Within the RPG elements of the game you are tasked with collecting different "personas" or monsters that you use to fight. There are two ways of doing this. Either collecting them after killing a group of monsters, or fusing some that you already have together to make a stronger one. The fusing mechanic is where the dating sim comes into play. Each persona has one of 24 different categories that it falls under. Each of those categories has one character within the games storyline that it is attached to. Creating a better friendship with one of these characters leads to bonuses when creating a persona of that characters category. This is an awesome mechanic, however it definitely led to some personal issues as I would be in the middle of working on one of these friendships when I would have to do a portion of the RPG type gameplay.
The story for this game follows that of a murder mystery story. When the game first starts out you move out to a town in the middle of the country. And the second day that you're there, the first of a string of murders occurs. You find out later that they're happening through a very un-believable way and, with a few friends that you've made, decide that the police won't be able to solve it. You then take this upon yourselves.
Although extremely long(in todays terms), this game felt very rewarding. It had in depth character development and a fairly intense story line. There are multiple different endings, so I will most definitely be taking advantage of the New Game Plus feature within it, and can't wait til I have the time to dive back in and become friends with different characters then I did in my first playthrough.
The Proteus Paradox: How Online Games and Virtual Worlds Change Us-And How They Don't by Nick Yee
The first of my book choices for this summer is still game related. But it's also academic in nature. The author is delving into an extremely controversial topic - they psycological effects of gaming. He uses surveys, psycological experiments, and in game data to find out who actually plays online games, and how different the in-game experience is from the real world. So far it's mostly been the history of online gaming and an explanation of his breakdown of the different types of players. It also has a lot of player testimony that backs each of his types of players. Even though I'm half way through the book, I feel as if I'm just cracking this topic open and really can't wait to read more about his findings. I really hope that I can learn from this so that I can make games that are more engaging, and possibly feel less like work than a lot of the games that are already out there.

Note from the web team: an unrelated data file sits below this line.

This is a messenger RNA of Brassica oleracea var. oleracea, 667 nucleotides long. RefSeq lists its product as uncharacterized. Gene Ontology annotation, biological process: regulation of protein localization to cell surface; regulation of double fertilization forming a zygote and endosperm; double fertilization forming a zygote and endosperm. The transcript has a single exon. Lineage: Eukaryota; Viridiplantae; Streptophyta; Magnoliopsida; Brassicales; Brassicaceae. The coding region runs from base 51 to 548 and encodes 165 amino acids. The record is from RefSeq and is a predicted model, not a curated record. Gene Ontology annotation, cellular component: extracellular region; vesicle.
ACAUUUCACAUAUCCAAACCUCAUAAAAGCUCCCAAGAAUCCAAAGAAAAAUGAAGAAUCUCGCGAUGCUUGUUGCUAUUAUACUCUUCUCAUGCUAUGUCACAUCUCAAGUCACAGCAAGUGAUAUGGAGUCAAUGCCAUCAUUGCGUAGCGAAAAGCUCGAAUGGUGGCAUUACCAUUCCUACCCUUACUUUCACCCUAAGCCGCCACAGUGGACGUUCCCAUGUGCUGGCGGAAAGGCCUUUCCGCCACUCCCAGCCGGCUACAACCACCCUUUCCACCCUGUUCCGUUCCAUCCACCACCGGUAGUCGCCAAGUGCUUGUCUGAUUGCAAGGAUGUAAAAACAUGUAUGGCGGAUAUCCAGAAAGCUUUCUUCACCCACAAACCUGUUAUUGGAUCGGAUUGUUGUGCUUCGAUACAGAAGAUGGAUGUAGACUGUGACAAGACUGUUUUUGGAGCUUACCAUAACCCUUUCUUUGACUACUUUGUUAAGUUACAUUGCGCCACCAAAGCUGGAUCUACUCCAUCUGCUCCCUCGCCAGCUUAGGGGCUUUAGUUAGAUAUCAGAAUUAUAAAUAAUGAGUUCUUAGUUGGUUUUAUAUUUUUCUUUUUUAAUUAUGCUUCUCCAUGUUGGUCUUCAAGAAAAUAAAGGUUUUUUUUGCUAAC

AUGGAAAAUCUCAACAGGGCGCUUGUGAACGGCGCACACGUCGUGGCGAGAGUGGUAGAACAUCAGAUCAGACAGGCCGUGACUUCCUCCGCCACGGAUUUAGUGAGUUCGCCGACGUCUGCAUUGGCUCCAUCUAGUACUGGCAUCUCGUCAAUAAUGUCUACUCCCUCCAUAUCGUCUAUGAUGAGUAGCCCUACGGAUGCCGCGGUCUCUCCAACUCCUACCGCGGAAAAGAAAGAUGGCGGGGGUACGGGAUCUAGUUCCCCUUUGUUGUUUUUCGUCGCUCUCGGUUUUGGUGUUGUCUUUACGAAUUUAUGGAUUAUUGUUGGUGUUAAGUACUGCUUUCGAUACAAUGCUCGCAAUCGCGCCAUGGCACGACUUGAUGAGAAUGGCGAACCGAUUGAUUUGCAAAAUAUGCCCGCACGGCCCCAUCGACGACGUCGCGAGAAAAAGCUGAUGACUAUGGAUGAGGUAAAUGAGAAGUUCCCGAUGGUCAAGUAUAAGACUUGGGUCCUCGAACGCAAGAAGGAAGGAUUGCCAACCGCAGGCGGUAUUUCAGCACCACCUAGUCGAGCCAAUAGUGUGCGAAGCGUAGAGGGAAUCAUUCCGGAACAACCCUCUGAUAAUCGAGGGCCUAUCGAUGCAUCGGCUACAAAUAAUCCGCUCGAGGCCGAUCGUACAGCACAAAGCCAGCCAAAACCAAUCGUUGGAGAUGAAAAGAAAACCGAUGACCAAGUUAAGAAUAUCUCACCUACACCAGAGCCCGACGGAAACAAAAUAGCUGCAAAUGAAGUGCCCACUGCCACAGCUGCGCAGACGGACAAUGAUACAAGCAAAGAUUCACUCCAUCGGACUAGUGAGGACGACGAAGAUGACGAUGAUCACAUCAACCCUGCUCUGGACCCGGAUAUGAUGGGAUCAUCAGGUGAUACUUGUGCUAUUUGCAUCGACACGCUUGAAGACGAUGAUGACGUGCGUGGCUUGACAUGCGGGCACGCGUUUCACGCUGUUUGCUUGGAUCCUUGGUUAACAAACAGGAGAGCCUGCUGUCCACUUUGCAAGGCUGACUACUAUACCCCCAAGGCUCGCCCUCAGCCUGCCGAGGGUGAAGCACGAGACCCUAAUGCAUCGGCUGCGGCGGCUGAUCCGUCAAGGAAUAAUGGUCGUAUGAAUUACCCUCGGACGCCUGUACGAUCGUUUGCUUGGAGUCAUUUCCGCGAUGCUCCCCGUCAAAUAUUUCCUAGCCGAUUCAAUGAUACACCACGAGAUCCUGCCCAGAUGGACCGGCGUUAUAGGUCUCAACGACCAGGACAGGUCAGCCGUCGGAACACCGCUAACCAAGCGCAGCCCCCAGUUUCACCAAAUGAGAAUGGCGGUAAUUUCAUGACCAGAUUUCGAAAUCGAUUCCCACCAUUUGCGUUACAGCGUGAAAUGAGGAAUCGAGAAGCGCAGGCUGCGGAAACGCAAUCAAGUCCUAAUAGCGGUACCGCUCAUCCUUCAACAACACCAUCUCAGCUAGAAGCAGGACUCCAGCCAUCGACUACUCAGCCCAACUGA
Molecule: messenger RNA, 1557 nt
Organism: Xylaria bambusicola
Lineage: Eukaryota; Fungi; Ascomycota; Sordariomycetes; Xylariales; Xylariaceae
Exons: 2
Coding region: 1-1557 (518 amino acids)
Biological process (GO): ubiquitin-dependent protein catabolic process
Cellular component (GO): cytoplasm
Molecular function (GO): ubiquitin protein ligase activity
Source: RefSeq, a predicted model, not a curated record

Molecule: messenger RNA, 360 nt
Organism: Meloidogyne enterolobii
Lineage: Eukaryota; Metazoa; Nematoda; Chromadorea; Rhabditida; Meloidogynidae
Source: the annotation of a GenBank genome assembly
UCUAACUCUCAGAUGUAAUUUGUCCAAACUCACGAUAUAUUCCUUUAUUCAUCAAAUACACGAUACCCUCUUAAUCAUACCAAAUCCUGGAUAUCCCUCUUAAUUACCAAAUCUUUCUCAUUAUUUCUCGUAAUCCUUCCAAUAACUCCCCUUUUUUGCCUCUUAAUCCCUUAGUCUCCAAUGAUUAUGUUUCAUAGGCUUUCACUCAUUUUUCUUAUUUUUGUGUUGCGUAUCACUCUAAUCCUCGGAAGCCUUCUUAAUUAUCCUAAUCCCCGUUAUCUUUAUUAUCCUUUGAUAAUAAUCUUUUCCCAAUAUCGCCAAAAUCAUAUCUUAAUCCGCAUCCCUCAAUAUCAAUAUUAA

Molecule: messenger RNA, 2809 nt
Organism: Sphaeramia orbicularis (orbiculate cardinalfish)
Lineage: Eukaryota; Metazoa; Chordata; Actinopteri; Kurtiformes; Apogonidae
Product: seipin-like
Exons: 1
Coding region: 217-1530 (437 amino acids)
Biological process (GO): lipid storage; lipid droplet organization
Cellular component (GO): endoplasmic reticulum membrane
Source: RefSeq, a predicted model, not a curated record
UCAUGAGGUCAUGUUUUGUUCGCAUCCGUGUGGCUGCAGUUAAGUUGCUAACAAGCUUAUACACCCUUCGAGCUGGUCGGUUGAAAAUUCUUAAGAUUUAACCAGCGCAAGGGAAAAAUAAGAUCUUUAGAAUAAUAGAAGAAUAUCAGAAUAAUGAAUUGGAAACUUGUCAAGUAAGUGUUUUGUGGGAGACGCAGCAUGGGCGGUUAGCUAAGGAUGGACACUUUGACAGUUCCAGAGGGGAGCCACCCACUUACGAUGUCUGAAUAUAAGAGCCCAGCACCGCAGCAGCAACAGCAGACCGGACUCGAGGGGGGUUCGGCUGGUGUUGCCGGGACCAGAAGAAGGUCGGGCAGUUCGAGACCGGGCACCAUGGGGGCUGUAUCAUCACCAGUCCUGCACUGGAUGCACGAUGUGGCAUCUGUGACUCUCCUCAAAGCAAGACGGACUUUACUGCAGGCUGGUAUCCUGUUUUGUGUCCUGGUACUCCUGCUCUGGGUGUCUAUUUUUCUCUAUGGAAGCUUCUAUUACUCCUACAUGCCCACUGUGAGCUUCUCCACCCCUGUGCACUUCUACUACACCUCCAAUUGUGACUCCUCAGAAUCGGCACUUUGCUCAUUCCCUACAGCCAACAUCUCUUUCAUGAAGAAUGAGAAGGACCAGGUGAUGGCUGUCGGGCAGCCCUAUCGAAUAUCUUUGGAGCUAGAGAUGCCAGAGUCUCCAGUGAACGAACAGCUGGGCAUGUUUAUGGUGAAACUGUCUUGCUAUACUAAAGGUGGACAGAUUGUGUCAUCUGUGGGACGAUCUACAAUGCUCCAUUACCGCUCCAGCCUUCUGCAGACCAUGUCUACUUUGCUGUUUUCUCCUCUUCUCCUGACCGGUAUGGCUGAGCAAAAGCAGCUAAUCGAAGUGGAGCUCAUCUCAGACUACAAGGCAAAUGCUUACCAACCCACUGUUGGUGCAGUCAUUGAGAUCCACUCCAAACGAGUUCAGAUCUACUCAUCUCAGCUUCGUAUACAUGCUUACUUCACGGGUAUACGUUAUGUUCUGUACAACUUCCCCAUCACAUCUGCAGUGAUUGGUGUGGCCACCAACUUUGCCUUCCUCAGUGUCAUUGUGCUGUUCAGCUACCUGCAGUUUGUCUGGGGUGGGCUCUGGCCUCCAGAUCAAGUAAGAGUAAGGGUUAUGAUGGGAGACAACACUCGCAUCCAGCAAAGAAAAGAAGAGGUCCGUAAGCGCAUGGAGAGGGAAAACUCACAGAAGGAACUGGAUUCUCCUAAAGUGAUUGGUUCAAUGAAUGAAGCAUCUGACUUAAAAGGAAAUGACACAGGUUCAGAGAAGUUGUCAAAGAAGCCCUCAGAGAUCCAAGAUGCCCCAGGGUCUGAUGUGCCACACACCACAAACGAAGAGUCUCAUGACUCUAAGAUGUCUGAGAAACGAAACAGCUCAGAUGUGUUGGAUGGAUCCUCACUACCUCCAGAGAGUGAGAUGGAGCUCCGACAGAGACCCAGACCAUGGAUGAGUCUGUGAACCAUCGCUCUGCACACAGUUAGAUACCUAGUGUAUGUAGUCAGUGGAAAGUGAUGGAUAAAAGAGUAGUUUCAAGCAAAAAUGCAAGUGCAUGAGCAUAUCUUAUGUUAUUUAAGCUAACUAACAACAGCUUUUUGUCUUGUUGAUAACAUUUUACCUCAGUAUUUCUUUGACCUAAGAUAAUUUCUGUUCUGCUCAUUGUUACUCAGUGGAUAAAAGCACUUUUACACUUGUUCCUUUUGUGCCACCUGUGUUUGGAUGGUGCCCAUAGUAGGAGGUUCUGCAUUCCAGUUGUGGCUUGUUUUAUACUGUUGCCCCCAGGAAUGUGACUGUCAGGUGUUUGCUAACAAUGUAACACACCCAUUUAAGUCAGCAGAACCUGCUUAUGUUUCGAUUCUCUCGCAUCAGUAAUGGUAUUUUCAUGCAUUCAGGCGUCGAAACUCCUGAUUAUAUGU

As For the Rest
Next up on my list of games is Borderlands 2 and Bravely Default. Although once I get to a certain point in Borderlands I've agreed to play through it with a friend, so I may spend a decent amount of time playing Bravely Default, and may go on to the next game in my line-up as well which is The Last of Us. I'm hoping to finish reading The Proteus Paradox and start in on something else. Most of my reading is going to be academic in nature, but I also have the new book from one of my favorite authors, The A-Word.